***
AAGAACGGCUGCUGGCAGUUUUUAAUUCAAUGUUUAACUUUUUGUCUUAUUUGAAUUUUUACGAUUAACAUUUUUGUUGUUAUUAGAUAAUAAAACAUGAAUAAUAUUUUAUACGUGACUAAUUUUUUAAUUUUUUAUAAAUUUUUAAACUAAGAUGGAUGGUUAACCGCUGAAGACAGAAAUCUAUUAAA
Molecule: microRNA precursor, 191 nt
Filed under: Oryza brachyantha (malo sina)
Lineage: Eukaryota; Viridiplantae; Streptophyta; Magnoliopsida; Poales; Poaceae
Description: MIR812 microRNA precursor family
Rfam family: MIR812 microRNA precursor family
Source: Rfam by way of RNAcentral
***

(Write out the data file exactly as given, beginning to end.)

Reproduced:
AAGAACGGCUGCUGGCAGUUUUUAAUUCAAUGUUUAACUUUUUGUCUUAUUUGAAUUUUUACGAUUAACAUUUUUGUUGUUAUUAGAUAAUAAAACAUGAAUAAUAUUUUAUACGUGACUAAUUUUUUAAUUUUUUAUAAAUUUUUAAACUAAGAUGGAUGGUUAACCGCUGAAGACAGAAAUCUAUUAAA
Molecule: microRNA precursor, 191 nt
Filed under: Oryza brachyantha (malo sina)
Lineage: Eukaryota; Viridiplantae; Streptophyta; Magnoliopsida; Poales; Poaceae
Description: MIR812 microRNA precursor family
Rfam family: MIR812 microRNA precursor family
Source: Rfam by way of RNAcentral